HMS Diamond’s boarding team conducted their final training exercise before tackling the illegal flow of weapons to Libya.
The destroyer chose HMS Enterprise as her prey; the survey ship took a brief break from her mission helping to rescue migrants alongside other European warships.
DOWN the hatch.
A Royal Marine peers down a ship’s ladder with HMS Diamond looming in the distance as the destroyer’s elite boarding team conducted their final drill before tackling smuggling off Libya.
The Type 45 chose survey ship-turned-lifesaver HMS Enterprise as the last vessel on which to practise before shifting to live operations.
Diamond left Portsmouth in August for a short stint relieving RFA Mounts Bay off the coast of the troubled North African state as part of the EU’s Operation Sophia.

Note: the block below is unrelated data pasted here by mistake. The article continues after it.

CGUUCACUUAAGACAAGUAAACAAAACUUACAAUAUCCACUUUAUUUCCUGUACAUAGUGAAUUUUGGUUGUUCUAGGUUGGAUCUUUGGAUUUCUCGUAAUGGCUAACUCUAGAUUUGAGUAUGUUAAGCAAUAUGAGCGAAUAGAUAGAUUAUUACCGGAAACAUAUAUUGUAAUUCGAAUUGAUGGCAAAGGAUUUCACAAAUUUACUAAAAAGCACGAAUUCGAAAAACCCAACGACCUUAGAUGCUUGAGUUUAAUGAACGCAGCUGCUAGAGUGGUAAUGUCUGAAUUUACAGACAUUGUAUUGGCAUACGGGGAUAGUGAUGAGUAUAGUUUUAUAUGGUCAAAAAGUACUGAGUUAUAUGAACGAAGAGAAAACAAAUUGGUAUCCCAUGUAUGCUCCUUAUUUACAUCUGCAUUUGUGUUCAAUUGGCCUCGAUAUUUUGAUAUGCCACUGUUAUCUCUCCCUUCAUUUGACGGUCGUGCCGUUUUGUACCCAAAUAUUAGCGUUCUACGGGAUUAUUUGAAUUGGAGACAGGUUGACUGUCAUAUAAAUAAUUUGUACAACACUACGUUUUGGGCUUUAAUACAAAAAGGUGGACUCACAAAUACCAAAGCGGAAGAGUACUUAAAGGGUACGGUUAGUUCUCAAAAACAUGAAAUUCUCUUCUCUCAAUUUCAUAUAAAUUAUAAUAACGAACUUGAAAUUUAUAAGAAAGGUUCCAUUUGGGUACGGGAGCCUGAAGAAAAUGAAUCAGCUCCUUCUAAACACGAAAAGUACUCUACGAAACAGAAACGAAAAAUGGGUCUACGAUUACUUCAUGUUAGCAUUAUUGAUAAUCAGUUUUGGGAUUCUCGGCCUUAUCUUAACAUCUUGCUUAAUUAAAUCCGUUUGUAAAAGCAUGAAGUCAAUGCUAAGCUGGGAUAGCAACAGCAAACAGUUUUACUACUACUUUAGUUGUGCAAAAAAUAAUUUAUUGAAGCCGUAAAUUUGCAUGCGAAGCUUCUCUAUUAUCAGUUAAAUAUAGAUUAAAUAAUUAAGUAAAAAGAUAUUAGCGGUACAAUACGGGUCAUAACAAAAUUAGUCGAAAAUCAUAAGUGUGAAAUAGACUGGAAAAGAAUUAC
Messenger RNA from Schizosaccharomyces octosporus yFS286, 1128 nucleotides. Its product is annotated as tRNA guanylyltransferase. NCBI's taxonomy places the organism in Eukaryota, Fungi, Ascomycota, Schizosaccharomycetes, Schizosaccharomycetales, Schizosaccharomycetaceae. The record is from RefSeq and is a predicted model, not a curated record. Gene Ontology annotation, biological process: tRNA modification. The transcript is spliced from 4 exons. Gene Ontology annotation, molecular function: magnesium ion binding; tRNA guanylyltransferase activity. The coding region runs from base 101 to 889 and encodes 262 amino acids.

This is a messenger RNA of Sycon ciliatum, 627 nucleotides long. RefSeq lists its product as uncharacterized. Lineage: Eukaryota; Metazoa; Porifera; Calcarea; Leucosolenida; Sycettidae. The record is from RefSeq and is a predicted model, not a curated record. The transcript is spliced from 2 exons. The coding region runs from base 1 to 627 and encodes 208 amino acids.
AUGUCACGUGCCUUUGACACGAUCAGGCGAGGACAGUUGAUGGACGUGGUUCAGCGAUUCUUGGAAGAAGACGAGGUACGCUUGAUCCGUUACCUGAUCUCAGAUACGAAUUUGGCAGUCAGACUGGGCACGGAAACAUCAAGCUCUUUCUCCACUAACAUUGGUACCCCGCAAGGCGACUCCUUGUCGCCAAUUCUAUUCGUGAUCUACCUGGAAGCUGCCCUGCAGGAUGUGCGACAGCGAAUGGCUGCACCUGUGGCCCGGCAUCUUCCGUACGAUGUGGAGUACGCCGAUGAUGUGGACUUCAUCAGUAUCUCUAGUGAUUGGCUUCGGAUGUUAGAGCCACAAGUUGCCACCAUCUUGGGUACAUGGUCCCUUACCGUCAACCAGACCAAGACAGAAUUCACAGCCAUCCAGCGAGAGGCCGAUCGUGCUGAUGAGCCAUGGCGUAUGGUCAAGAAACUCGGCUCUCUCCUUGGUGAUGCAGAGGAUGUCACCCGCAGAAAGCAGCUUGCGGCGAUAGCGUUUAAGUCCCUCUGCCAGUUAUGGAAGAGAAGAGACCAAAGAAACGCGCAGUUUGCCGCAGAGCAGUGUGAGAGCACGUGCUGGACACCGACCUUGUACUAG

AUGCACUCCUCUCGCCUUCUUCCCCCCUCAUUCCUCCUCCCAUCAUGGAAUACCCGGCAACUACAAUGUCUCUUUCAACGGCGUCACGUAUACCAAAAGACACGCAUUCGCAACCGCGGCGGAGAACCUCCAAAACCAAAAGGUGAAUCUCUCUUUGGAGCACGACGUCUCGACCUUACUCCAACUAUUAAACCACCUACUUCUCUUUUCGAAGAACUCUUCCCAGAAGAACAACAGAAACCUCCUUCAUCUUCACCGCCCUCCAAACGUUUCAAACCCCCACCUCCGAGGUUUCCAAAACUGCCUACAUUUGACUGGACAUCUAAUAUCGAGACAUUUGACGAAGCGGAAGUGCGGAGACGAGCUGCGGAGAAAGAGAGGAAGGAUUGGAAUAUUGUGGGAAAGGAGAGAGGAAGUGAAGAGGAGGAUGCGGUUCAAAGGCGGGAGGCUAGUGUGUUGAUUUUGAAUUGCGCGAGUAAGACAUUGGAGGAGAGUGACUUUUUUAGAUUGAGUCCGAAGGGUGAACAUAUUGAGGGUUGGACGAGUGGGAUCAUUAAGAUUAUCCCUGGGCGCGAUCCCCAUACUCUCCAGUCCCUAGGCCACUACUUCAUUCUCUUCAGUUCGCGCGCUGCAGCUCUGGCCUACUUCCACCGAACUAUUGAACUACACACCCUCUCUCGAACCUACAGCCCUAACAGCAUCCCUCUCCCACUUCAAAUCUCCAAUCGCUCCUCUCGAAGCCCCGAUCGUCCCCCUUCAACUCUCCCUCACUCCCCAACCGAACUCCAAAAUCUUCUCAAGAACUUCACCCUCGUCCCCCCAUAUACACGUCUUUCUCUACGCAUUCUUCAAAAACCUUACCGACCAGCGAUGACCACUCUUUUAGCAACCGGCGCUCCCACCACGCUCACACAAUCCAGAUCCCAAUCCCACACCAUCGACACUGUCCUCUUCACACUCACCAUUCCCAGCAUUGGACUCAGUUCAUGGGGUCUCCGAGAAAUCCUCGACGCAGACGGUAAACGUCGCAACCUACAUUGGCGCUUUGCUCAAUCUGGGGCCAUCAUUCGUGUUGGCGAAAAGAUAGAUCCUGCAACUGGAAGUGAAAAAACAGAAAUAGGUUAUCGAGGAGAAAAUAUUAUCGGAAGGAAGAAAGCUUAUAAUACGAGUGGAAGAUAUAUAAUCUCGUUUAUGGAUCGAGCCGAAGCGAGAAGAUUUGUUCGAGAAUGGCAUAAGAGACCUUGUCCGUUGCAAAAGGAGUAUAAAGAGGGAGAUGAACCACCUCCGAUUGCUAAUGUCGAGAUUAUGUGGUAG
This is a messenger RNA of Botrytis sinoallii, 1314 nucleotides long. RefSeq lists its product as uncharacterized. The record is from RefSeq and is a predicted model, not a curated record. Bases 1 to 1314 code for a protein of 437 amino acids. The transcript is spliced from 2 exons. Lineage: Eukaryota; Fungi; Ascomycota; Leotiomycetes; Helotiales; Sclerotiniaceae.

There are two strands to Sophia – the highly-publicised rescue of migrants trying to cross from North Africa to southern Europe on overcrowded and unsafe craft; and the much-less-publicised prevention of the flow of illegal arms to Libya by sea.
The latter role will demand commandos and sailors from the Type 45 potentially scouring vessels from mast to keel, bow to stern – searches which can take many hours.
Enterprise stood in for one such suspicious vessel and ten Royal Marines (the green team) and 15 sailors (blue) were sent across to inspect.
“Diamond’s deployment on this mission demonstrates just how versatile the Type 45 is,” explained Commanding Officer Cdr Marcus Hember.
“We are able to monitor the airspace and situation over the entire Libyan coast, whilst at the same time conducting boarding operations to stop the flow of illegal arms into the country.”